Pastor David B. Curtis

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Our Need to Forgive

Matthew 18:21-22 and 32-35

Delivered 05/21/2000

I'm sure that you have all heard the old saying that there are two things certain in life: death and taxes. I'd like to add a third certainty this morning; sooner or later we will be hurt by someone. Unless we choose to become a hermit and live alone in a cave, we will always be vulnerable to being hurt. Sometimes people hurt us accidently, other times it is intentional. Sometimes they hurt us by their actions, other times it is by their words. At times, the wounds are superficial and heal quickly, and at other times, they are deep and scar us for the rest of our lives. However you want to say it, you can just be assured at sometime in your life, you are going to be hurt by another person.

What do I do when someone hurts me? How should I respond when someone insults me, disappoints me, wounds me, ignores me, takes advantage of me? It's not an abstract question. We don't have to be around people very long before we realize that we are going to get hurt.

If you have ever had someone misunderstand you, let you down, verbally attack you or abuse you; if you have ever had someone insult you, talk behind your back, take credit for something you accomplished, ignore you, or even physically strike you...raise your hand!

The truth is we live in a world where people hurt one another all the time. And the question is: what are we supposed to do with it? More specifically, how should we, as Jesus' followers, respond when someone hurts us? What can you do in response to such pain? The way I see it, we have two options - revenge or forgiveness.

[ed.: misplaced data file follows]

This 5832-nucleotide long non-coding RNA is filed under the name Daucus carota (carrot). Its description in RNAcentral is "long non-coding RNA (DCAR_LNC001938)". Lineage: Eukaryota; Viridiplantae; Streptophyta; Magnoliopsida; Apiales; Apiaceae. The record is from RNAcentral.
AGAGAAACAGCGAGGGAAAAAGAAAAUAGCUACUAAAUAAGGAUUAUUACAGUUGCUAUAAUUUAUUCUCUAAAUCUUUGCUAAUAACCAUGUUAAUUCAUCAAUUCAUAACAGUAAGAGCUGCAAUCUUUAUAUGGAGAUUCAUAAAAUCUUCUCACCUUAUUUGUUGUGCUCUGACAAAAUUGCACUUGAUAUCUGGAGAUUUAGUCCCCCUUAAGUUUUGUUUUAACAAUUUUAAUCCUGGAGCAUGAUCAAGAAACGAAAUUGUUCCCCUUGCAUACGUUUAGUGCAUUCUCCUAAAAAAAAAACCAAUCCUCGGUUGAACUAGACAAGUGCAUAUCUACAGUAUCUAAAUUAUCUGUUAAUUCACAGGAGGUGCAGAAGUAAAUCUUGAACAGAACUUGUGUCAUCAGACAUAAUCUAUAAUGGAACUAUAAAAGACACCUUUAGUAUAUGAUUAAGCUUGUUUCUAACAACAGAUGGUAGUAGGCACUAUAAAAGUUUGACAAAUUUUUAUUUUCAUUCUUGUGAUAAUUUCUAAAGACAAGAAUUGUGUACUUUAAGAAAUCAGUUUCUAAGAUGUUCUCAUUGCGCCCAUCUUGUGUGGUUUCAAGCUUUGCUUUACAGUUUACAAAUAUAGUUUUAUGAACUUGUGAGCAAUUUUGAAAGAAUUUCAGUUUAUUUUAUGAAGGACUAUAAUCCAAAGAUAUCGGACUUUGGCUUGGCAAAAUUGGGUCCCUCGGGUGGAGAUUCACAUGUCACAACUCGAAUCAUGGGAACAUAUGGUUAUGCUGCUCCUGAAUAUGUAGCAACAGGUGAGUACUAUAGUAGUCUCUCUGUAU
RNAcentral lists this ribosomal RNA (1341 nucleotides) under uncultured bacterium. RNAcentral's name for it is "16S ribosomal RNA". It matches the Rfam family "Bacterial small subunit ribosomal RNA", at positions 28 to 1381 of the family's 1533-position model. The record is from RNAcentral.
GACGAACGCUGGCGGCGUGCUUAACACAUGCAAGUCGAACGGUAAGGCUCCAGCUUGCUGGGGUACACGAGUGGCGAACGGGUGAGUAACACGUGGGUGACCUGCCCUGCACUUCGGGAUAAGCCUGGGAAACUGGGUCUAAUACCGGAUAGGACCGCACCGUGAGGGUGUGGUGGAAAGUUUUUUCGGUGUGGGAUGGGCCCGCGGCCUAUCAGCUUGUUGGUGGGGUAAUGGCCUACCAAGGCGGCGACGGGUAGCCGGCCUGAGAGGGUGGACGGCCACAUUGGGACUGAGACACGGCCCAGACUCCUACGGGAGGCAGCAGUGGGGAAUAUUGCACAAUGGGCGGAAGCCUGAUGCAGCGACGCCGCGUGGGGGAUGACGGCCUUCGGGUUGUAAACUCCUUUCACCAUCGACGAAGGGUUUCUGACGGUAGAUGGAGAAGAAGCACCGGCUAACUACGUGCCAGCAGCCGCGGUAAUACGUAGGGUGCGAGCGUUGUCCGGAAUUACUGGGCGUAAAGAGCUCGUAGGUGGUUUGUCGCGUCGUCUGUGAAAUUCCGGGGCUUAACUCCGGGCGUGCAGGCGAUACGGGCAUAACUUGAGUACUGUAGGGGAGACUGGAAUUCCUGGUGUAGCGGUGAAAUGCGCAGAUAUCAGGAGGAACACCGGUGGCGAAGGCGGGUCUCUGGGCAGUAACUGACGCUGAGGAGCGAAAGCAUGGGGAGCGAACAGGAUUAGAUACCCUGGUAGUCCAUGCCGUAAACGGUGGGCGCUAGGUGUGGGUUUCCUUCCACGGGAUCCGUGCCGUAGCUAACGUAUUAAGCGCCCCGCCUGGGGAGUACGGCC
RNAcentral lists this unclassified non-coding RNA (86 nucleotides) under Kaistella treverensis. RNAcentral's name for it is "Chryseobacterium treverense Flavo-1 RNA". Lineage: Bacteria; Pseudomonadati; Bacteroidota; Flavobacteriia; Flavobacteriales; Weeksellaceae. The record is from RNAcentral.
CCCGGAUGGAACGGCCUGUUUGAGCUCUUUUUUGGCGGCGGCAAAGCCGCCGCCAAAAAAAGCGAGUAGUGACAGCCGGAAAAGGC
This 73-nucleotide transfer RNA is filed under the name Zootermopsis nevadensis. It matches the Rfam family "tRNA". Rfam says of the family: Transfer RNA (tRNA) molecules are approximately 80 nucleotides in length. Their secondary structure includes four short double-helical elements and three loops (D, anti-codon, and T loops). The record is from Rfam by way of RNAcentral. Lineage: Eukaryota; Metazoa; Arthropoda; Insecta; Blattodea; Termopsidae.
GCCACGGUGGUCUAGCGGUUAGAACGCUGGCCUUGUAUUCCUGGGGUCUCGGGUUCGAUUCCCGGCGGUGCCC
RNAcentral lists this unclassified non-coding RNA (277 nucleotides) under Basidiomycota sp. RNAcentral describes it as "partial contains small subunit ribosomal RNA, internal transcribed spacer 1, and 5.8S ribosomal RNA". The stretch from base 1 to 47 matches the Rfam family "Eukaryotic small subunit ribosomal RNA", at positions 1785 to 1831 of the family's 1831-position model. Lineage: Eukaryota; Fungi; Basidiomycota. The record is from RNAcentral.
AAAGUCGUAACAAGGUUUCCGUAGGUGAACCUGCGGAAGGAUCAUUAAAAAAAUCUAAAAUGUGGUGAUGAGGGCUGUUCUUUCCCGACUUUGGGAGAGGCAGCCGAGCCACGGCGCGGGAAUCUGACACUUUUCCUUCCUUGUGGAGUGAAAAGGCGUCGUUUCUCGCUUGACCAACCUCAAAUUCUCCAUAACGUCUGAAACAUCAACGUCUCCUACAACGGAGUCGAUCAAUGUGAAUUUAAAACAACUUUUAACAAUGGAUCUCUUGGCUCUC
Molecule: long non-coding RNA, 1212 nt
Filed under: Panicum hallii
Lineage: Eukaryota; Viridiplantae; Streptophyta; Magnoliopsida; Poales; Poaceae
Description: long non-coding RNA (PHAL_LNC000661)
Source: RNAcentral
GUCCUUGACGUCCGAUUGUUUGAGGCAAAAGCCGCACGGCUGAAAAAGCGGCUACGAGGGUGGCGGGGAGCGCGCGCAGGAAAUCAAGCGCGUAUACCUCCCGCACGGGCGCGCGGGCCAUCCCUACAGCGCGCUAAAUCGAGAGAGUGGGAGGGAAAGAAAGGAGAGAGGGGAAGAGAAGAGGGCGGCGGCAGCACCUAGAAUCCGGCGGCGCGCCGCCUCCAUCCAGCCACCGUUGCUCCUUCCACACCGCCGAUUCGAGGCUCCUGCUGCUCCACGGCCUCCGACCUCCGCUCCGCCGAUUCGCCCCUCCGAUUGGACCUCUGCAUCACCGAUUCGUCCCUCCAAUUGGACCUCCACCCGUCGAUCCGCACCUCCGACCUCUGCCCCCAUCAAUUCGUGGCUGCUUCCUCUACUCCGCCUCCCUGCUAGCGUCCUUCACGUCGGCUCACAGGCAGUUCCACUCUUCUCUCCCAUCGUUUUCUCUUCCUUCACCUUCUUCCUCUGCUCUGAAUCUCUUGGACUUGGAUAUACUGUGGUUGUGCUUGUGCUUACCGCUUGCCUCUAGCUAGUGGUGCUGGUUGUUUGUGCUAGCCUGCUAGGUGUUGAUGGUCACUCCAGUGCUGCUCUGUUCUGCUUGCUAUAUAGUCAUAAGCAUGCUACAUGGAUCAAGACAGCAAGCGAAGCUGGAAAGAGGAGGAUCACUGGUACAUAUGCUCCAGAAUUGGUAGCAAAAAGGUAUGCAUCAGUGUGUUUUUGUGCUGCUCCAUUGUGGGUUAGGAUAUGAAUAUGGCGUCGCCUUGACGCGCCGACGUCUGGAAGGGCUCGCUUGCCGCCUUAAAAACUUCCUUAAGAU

Now, we all know that forgiveness isn't easy; wanting to "get even" is almost an involuntary reaction when we have been hurt.

Philip Yancey writes, "When I feel wronged, I can contrive a hundred reasons against forgiveness. He needs to learn a lesson. I don't want to encourage irresponsible behavior. I'll let her stew for a while, it will do her good. She needs to learn that actions have consequences. I was the wronged party; it's not up to me to make the first move. How can I forgive, if he's not even sorry."

You know the feeling. We have all been there. When someone hurts us, we all experience that same rush of anger, passion - the reflexive desire to strike back and make them pay for what they have done to us. Sometimes, we strike back silently as we withdraw our love, friendship, or social contact from them. I think revenge can be as simple as not speaking to them anymore. We treat them like a nonperson. Other times, we launch a barrage of retaliatory verbal cruise missiles strategically targeted to inflict maximum damage. We want to make them hurt the way we hurt... right?

As Christians, we only have one response to hurt that is honoring to God and that is forgiveness. Before we look at our need to forgive, let's begin with the observation that forgiveness is a major biblical doctrine. The Bible has a great deal to say about God's forgiveness of our sins, because that is where salvation really begins.

Psalms 130:3-4 (NKJV) If You, LORD, should mark iniquities, O Lord, who could stand? 4 But there is forgiveness with You, That You may be feared.
Matthew 26:28 (NKJV) "For this is My blood of the new covenant, which is shed for many for the remission [forgiveness] of sins.
Luke 1:77 (NKJV) To give knowledge of salvation to His people By the remission [forgiveness] of their sins,
Acts 10:43 (NKJV) "To Him all the prophets witness that, through His name, whoever believes in Him will receive remission [forgiveness] of sins."
Ephesians 1:7 (NKJV) In Him we have redemption through His blood, the forgiveness of sins, according to the riches of His grace